Tag Archives: Thomas Dewing

Angry Birds?

Kenzan style tea bowl with design of crane and flowing water; Japan; late 19th century; Gift of Charles Lang Freer, F1896.100

Kenzan style tea bowl with design of crane and flowing water; late 19th century;
Gift of Charles Lang Freer, F1896.100


Lee Glazer is associate curator of American art at Freer|Sackler.

Hardly. When artists evoked avian melodies, as Thomas Dewing did in The Four Sylvan Soundsthey intended to soothe and refresh, to take the viewer out of “the harness of business” and into a more pleasant, “sylvan” realm. The sounds and scents of nature are mentioned with surprising frequency in Freer’s correspondence with artists and friends. Dewing used the sensory pleasures of a woodland ramble to induce Freer to visit him at his summer studio in Cornish, New Hampshire. “I wish you could be here,” Dewing wrote in June 1894, “taking in this cool fresh air filled with bird notes & scents of flowers.”

Two years later, the artist translated this experience into the visual language of painting, telling Freer he had begun work on a pair of screens representing “the four forest notes—the Hermit Thrush, the sound of running water, the woodpecker, and the wind through the pine trees.” These screens, now on view in Sylvan Sounds: Freer, Dewing, and Japan, incorporate a number of influences, the most direct being the natural beauty of the New England countryside. The figures were inspired by ancient Greek Tanagra figurines, and the theme came from a poem called “Wood Notes” by the American transcendentalist Ralph Waldo Emerson. Dewing’s debt to Japanese art is evident in the bifold format of the screens and the simplicity of the unframed panels. The flowers and forest leaves, some painted with a stencil, resemble the elegant, stylized patterns of many screens in Freer’s Japanese collection, along with the multisensory imagery denoting bird songs and rustling grasses.

Rectangular Dish, Japan, stoneware with white slip and iron pigment under white glaze; Gift of Charles Lang Freer, F1896.53

Rectangular dish; Japan; stoneware with white slip and iron pigment under white glaze;
19th century; Gift of Charles Lang Freer, F1896.53

Freer had purchased his first two Japanese folding screens early in 1896, just after returning from his first visit to Japan. Later that same year, Dewing began to paint The Four Sylvan Sounds. During the two years that Dewing worked on these panels, Freer acquired sixteen Japanese screens, twelve of which are now in the museum’s collection. After promising his art collection to the Smithsonian Institution in 1906, Freer stipulated that his Japanese screens had to be displayed in a special gallery in a proposed new museum. He envisioned the space as a link between galleries devoted to Dewing and other American artists and those featuring the art of Whistler. This early arrangement underscored Freer’s belief in cross-cultural aesthetic connections between East and West—a principle theme in the current exhibition as well.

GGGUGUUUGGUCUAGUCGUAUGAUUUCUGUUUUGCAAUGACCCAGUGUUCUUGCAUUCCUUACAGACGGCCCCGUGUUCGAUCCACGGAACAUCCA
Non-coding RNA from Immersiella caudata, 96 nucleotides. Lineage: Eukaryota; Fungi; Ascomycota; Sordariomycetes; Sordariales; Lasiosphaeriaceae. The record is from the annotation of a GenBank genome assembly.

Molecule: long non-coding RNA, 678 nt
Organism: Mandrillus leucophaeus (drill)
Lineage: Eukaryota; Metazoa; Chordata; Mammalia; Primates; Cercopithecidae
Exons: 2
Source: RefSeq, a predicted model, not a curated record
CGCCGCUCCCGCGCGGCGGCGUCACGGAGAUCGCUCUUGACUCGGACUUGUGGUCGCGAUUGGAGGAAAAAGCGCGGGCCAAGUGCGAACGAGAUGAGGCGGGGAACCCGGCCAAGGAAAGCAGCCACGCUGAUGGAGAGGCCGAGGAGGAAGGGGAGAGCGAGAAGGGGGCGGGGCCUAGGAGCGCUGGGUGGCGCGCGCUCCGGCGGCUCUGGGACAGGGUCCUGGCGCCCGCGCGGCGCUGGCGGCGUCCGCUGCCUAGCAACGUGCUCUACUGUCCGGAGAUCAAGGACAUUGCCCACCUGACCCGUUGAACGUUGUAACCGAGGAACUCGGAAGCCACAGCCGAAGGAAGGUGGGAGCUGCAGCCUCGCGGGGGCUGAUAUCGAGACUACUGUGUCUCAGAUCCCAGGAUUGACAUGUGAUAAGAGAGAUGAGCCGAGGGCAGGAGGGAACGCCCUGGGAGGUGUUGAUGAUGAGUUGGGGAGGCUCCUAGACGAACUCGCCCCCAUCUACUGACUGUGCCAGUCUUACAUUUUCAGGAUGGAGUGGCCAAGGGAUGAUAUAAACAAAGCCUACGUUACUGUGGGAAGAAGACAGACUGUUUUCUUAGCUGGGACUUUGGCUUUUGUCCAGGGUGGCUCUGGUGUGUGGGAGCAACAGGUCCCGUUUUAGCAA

Sylvan Sounds: Freer, Dewing, and Japan remains on view through May 18, 2014.

Women on the Verge of the Twentieth Century

The Carnation, 1893, Charles Wilmer Dewing, oil on wood panel, Gift of Charles Lang Freer, F1896.33a

In honor of Women’s History Month, we take a look at some of the models who posed for American artist Thomas Dewing.

As the nineteenth century gave way to the twentieth, women’s lives and their role in society began to evolve. The push for equality and the suffragist movement led to the passage of women’s right to vote in 1920. James McNeill Whistler, Thomas Dewing, Abbott Thayer, and other artists painted idealized portraits of women and often framed them in elaborate golden creations designed by architect Stanford White or, indeed, by Whistler himself. The women depicted were hardly birds in gilded cages: these models and muses had goals and dreams. Many, such as Julia Baird, were “independently minded.” This seemed to have especially pleased Dewing, who requested that all his models “should have brains.” Underneath the veneer of beauty are women on the verge of coming into their own.

These paintings became a favorite of collector Charles Lang Freer. When he began to build a new home in Detroit in 1890, he decorated his residence with many of these works.

Julia “Dudie” Baird was the model for The Carnation, as well as Portrait of a Young Girl. When Freer purchased the above work in 1892, he declared it to be a “corker.”  An actress and inveterate traveler, Baird was a prominent New York model, who posed for Saint Gaudens’ statue of Diana which he placed on top of the Madison Square Garden.

Thomas Dewing painted La Comedienne in 1906. Miss Allen, who posed for the painting, was an amateur actor. In the painting, she holds a script and is seated in front of a box of costumes, which Dewing kept in his studio for his models to pose with. The model for The Piano was Minnie Clark (the original Gibson Girl), whom Dewing later referred to as “My Piano Model.”  Dewing often portrayed young women in a musical setting as illustrative of refinement. The Piano was the first Dewing painting that Charles Lang Freer chose for his collection.

For more on American Art in the Freer|Sackler collections, click here.